The boys finally make their way to the jazz club only to find that Dixon has already played. But they catch a set by the club owner's children, fiesty and racially aware pianist Clifford (Nadji Jeter) and the lovely, charming torch singer Ava (Coco Jones).
With everyone trying to find common ground in their shared love for jazz, Ava coos in conversation that "jazz is a thick smoke, a smooth ride...it's happiness and pain". Meanwhile Clifford, annoyed with the white carpetbaggers, demands, "You two are such big jazz fans, tell me one thing — how did it start?" His answer, slavery, is supposed to put them in their place, but Joey and Bud are so insistent on their love for the music, that they wind up getting pulled onstage both to verify their musical skills as well as their familiarity with Charlie Mingus' work.
Director Caruso may be trying to encourage viewers, (by virtue of the song he chooses for the boys to play), to take a deeper dive into Charles Mingus. Of course, Mingus could have gone the easy route and just remained a venerated bassist. But he was a musician who loved to break boundaries that would push him (and his fellow musicians) to the artistic limit. “Better Git It In Your Soul” is one of Mingus’ trademark songs, taken from his seminal 1959 album Mingus Ah Um and the sheer energy of this track (as well as its name) are a reminder on how Mingus approached jazz (as well as life).
Now, it's off to a second club, which is supposedly getting a surprise visit from Dixon. Once there, they'll be caught up to, by big brother Sam who is convinced the boys aren't savvy enough for South Central. But instead it's Sam and friends, who wind up causing a ruckus, in fact two ruckuses. This brings the action to a halt, like a stage play taking a break between acts two and three. And thankfully, this sets us up for the film's most important scene. Set in the internationally famous Dunbar Hotel, which can legitimately claim to have hosted most all of the important African American celebrities of its time, we finally have the "meet-the-master scene" that the whole film has built toward. Grover and Dixon finally meet.
Reg E. Cathey, a one-time jazz player, makes Pope Dixon, every bit of the weary, wary and grizzled survivor of jazz and racism in America that the movie, absolutely needs him to be. He brings a burnished, bone-deep authority to the question of who the music belongs to, and it's handled in a way that doesn't apologize for any tonal missteps Caruso may be guilty of along the way. But, it also doesn't dampen the film's earnest and inherent nostalgia for a lost time. His scenes bring needed weight to a movie that might otherwise have seemed light and inconsequential. Dixon offers Grover a mix of condescension and sympathy. Neither validating his calling, nor quite berating him, Dixon delivers a prognosis that speaks to innumerable bebop buffs since: "You was born in the wrong decade." And then he asks the telling question “Know what they’ll call the decade that killed jazz? The SIXTIES!”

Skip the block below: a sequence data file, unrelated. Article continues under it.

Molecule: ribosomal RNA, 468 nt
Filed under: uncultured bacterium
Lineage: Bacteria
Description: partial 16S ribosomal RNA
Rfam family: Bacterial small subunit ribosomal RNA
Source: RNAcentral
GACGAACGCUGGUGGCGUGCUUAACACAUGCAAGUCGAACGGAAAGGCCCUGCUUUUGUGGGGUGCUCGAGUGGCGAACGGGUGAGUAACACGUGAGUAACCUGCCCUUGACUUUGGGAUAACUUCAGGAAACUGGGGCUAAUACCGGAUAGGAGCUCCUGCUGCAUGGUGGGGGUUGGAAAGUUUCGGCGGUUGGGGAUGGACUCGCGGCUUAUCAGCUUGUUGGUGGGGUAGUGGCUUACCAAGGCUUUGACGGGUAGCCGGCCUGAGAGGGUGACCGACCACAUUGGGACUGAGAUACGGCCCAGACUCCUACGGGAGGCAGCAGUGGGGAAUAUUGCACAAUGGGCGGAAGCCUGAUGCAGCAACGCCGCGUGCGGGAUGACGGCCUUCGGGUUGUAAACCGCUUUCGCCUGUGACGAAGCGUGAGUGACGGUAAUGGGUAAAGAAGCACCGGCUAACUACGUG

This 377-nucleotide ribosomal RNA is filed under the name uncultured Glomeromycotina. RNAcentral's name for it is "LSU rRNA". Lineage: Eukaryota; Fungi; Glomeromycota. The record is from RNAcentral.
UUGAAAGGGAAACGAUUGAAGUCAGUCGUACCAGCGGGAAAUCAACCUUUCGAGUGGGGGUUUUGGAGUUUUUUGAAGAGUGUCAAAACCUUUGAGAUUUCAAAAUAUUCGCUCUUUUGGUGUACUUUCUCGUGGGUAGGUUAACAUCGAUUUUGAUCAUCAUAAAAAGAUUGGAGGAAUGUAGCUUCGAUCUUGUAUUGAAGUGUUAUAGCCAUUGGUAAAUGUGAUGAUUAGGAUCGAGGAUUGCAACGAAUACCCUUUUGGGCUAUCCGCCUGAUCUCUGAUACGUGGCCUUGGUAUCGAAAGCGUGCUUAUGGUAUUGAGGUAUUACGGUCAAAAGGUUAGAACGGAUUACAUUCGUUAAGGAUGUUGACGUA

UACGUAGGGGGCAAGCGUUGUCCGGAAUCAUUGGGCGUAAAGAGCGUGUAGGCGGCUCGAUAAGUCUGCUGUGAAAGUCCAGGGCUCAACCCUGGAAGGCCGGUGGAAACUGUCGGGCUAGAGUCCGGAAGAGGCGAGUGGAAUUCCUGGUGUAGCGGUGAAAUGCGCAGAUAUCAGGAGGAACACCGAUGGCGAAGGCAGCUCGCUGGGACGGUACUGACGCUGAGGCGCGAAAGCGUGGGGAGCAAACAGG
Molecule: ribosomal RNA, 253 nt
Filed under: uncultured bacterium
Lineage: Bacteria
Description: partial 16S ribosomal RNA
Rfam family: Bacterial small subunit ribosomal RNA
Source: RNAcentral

It seems like the last few generations of white American youth, that have fallen in love with Jazz, at some point take a look around themselves and ask, "Do I have any right to the sense of belonging I feel with this music?" Gregory Caruso's debut film, Flock of Four, is a visual and musical representation of that angst. It derives power and impact from the admiration Curuso shows for true musical genius regardless of skin color. Clearly seeing and recognizing our differences, even as he encourages us to transcend them. Those jazz fans who were uncomfortable with the questions asked by the (2016) film La La Land may be equally uncomfortable with those asked by Flock Of Four. Can we acknowledge this, with eyes wide open, while still deriving full enjoyment from our music?
Chicago freelance writer Randy Freedman is a jazz connoisseur, photographer, food critic, humorist, and devoted music fan. He is a regular contributor to Chicago Jazz Magazine.